Climate crisis - Child Rights Crisis
The Ministry of Environment and Water and UNICEF Bulgaria presented “General Comment No. 26 on children’s rights and the environment with a special focus on climate change” by the United Nations Committee on the Rights of the Child
Sofia, 19 October 2023- Mr. Yulian Popov, Minister of Environment and Water, Mrs. Ivanka Shalapatova, Minister of Labor and Social Policy, Mrs. Velina Todorova - member of the UN Committee on the Rights of the Child, Mrs. Christina de Bruin, UNICEF Representative in Bulgaria, civil and youth organizations involved in environmental and climate issues took part in a discussion on the occasion of the presentation of the document.
Environmental harm is a significant threat to children's rights worldwide. Children demand immediate action, and their rights must be protected. A clean, healthy and sustainable environment is itself a human right and is necessary for children to exercise their rights. The new general comment on the UN Convention on the Rights of the Child explains why urgent action on the environment and climate issues is needed and what governments must do to protect all rights of the children.
“Children are the least responsible for the climate crisis but suffer most from its consequences: every year 1.7 million children under the age of five lose their lives due to avoidable environmental damage. The General Comment is an urgent call for all states to prioritize action on every childhood aspect affected by climate change, such as the child's right to education and a healthy environment. The climate crisis is a child rights crisis.” stated Christina de Bruin, UNICEF Representative in Bulgaria.
General Comment No. 26 provides for the first time a comprehensive interpretation of member states' obligations under the UN Convention on the Rights of the Child in taking action to address environmental and climate change issues.
According to Minister Yulian Popov, the government, industry and individuals are doing a lot to limit the consequences of climate change, but there is still a lot to be done. He noted that in the last 30 years, infant mortality has decreased, life expectancy has increased, air quality in Sofia and throughout the country has improved, and the quality of food has increased.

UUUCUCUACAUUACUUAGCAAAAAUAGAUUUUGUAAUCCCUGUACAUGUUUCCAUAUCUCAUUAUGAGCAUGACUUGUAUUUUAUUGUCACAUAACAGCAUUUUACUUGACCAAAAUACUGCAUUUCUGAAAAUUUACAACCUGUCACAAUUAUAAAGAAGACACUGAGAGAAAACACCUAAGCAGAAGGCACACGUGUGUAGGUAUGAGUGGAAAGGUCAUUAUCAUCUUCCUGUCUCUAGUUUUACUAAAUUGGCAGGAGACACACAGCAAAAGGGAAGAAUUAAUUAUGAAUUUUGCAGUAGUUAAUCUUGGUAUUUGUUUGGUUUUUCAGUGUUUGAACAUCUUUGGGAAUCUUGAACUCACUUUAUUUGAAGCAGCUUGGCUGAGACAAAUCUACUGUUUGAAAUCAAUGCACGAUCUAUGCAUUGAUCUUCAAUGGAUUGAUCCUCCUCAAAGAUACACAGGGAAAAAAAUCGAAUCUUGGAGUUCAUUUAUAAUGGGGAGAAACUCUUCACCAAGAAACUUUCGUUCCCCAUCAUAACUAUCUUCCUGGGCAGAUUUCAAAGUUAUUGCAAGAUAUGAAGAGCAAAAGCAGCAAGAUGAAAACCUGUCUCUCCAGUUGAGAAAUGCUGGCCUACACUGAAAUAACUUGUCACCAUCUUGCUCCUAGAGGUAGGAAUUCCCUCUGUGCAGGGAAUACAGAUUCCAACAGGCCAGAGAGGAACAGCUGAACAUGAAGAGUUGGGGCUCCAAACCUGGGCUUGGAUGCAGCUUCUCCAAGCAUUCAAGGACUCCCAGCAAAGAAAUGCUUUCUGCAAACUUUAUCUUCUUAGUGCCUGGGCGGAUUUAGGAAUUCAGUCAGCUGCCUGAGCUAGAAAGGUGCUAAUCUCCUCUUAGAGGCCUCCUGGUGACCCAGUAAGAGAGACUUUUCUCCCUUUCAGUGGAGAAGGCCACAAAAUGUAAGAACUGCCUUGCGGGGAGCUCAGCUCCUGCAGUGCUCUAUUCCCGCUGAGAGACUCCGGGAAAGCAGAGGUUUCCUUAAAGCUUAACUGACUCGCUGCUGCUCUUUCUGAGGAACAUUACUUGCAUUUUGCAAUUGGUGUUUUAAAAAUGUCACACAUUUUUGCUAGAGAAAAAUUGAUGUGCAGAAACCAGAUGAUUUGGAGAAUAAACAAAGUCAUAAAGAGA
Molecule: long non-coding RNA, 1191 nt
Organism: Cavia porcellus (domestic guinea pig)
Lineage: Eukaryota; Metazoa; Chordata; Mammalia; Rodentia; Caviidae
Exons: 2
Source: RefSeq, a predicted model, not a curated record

"Therefore, do not fall into the trap of the so-called climate anxiety, it is important to focus on solutions, and there are solutions - both for mitigating climate change by reducing and eliminating industrial energy greenhouse gases, and for adaptation to climate change," said Minister Popov.
General Comment 26 also makes it clear that child rights impact assessments must be undertaken for all environment-related legislation, policies and projects, regulations, budget or other decisions. It explicitly addresses the climate emergency, the collapse of biodiversity and pervasive pollution, outlining countermeasures to protect all rights of the children.
"Children are more vulnerable than adults when it comes to dealing with the consequences of various social phenomena, including climate change. That is why it is important for me and the team at the Ministry of Labor and Social Policy to do everything possible to prevent of the negative effects on children's lives," stated Minister Shalapatova.
"General Comment 26 is important in that it recognized a new right - to a clean, healthy and sustainable environment, and children must demand this right from their state," said Prof. Dr. Velina Todorova, member of the UN Committee on the rights of the child.
The guidance states that children’s views must be considered in environmental decision-making and stresses the critical role of environmental education in preparing children to take action, advocate, and protect themselves from environmental harm.
"I meet many young people who are very interested in the topic and have suggestions for concrete actions. It is important that we participate in making decisions, because they affect us and our children much more than anyone else," said Tsvetelina Garelova, youth delegate to the UN, during the discussion.
General Comment No. 26 itself is the outcome of global and intergenerational engagement, including broad consultation with Member States, international and regional organizations, such as United Nations entities and specialized bodies, national human rights institutions, civil society organizations and children themselves.
We also remind the data from the 2022 Places and Spaces Report of the UNICEF Office of Research - Innocenti, which compares how 39 countries from the Organization for Economic Co-operation and Development (OECD) and the European Union (EU) cope with providing a healthy environment for the children. The report includes indicators such as exposure to harmful pollutants, including toxic air, pesticides, moisture and lead; access to light, green spaces and safe roads; and countries' contributions to the climate crisis, resource consumption and e-waste disposal. Bulgaria occupies 35th place out of a total of 39 countries in the ranking, but it is important to note that it does not perform poorly in all dimensions.
UNICEF works in some of the world’s toughest places, to reach the world’s most disadvantaged children. Across 190 countries and territories, we work for every child, everywhere, to build a better world for everyone. For more information about UNICEF and its work for children, visit www.unicef.org/Bulgaria.